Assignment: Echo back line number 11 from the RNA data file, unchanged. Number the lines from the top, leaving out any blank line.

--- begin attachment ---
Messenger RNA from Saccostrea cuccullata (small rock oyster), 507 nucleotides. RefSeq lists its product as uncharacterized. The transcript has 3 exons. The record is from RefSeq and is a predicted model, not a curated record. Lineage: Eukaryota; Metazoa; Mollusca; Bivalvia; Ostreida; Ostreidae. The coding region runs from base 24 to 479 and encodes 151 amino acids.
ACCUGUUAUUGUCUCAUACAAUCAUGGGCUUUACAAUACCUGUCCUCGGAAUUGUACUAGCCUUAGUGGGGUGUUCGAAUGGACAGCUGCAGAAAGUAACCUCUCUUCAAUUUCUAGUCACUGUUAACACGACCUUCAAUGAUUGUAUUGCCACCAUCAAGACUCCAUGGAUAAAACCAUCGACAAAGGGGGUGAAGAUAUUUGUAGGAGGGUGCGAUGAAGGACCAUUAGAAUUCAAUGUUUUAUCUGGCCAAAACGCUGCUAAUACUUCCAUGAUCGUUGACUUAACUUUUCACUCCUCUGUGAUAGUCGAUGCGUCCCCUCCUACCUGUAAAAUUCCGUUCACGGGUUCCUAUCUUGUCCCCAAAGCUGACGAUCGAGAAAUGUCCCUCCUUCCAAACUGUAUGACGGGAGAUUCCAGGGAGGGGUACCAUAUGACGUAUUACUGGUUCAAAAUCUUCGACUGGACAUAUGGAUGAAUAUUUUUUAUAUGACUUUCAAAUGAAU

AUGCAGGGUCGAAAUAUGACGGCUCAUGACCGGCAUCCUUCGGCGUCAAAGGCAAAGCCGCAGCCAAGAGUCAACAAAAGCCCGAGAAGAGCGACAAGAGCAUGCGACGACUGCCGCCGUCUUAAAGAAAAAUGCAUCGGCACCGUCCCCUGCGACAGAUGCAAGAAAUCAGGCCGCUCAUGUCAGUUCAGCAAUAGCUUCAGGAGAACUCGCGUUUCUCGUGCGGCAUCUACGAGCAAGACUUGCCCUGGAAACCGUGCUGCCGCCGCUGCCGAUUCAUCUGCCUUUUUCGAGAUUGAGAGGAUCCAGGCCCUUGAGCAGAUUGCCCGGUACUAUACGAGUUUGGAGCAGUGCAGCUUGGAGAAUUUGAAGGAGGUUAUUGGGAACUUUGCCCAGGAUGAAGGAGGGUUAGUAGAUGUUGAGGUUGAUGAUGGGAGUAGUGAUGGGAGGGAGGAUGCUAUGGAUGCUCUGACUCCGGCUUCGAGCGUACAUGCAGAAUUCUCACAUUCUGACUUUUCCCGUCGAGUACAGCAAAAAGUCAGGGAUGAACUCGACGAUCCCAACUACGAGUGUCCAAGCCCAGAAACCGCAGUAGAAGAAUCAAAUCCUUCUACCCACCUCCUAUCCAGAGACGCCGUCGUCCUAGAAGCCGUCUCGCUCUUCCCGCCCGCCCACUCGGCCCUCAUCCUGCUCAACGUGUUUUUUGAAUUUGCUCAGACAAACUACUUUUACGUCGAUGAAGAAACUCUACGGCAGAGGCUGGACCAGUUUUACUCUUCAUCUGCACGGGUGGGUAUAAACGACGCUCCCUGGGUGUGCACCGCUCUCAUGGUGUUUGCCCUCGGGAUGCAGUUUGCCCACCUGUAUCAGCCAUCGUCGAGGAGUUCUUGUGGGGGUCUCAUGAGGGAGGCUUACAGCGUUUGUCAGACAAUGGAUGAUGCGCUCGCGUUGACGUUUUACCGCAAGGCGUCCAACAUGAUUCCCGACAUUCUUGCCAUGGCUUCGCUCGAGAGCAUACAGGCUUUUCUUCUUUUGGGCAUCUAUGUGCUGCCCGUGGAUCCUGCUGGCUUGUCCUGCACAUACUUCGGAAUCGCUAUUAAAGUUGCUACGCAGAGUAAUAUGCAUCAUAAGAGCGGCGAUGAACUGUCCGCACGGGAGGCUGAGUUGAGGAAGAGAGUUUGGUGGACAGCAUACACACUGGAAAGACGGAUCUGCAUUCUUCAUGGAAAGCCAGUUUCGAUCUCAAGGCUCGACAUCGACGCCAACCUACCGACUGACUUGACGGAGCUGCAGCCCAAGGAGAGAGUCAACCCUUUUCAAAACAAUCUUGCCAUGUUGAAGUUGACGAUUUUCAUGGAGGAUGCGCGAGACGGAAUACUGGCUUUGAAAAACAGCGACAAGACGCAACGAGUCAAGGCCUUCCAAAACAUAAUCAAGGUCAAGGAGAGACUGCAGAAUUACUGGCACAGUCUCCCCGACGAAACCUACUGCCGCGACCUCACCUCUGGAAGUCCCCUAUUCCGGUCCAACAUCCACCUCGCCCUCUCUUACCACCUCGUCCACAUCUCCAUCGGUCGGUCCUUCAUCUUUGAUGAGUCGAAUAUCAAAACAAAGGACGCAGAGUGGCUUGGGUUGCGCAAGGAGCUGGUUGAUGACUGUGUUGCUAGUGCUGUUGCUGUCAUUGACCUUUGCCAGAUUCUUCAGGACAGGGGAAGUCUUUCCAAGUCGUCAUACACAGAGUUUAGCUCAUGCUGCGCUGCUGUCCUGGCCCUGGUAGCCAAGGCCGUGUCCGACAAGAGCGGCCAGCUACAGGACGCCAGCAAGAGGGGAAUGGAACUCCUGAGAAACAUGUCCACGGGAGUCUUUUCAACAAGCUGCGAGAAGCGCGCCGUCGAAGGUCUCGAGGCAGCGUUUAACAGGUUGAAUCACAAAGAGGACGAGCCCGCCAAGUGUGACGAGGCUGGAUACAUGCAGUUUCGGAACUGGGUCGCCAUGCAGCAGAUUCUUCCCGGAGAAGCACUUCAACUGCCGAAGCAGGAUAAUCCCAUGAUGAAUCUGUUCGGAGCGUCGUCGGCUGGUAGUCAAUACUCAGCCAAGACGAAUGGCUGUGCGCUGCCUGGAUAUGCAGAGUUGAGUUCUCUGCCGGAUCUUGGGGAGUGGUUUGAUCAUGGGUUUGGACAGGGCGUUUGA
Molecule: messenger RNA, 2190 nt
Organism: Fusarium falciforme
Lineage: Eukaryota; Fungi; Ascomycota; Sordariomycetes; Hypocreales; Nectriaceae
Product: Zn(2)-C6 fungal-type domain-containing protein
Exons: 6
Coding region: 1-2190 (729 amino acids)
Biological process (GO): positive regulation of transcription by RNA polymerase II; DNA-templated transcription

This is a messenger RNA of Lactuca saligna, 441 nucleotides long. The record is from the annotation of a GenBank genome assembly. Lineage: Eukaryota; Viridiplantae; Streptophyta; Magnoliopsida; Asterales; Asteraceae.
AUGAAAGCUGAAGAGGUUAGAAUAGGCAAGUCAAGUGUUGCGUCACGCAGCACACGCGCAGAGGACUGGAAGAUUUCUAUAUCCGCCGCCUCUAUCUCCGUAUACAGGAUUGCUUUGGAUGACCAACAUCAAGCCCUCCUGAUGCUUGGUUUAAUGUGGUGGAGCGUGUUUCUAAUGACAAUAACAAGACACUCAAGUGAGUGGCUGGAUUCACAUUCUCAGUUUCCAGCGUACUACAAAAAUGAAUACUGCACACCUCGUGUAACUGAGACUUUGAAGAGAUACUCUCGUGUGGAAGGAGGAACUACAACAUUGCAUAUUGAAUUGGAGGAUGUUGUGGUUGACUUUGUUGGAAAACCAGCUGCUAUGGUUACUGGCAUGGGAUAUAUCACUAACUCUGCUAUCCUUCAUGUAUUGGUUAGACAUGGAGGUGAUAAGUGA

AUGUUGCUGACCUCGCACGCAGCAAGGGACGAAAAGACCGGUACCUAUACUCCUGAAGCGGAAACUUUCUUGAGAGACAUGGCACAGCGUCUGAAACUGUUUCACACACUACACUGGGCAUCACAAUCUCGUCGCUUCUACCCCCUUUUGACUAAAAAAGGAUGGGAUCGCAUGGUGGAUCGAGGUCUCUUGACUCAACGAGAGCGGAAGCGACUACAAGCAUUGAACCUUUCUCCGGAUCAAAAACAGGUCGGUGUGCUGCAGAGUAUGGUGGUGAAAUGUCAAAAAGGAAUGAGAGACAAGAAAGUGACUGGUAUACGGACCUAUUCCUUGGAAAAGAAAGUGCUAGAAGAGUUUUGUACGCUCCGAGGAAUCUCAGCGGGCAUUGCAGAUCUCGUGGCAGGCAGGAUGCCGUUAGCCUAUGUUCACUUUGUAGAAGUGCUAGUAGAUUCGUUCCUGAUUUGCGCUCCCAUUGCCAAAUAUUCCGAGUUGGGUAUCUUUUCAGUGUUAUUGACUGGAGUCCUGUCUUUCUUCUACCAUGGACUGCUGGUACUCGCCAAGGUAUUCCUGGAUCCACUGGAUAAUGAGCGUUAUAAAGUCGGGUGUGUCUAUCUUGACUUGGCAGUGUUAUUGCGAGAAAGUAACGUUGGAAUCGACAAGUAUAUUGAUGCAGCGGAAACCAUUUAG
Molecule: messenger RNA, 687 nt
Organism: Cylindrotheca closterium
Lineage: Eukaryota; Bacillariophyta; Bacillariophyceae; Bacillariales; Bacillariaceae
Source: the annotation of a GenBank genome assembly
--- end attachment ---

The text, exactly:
This is a messenger RNA of Lactuca saligna, 441 nucleotides long. The record is from the annotation of a GenBank genome assembly. Lineage: Eukaryota; Viridiplantae; Streptophyta; Magnoliopsida; Asterales; Asteraceae.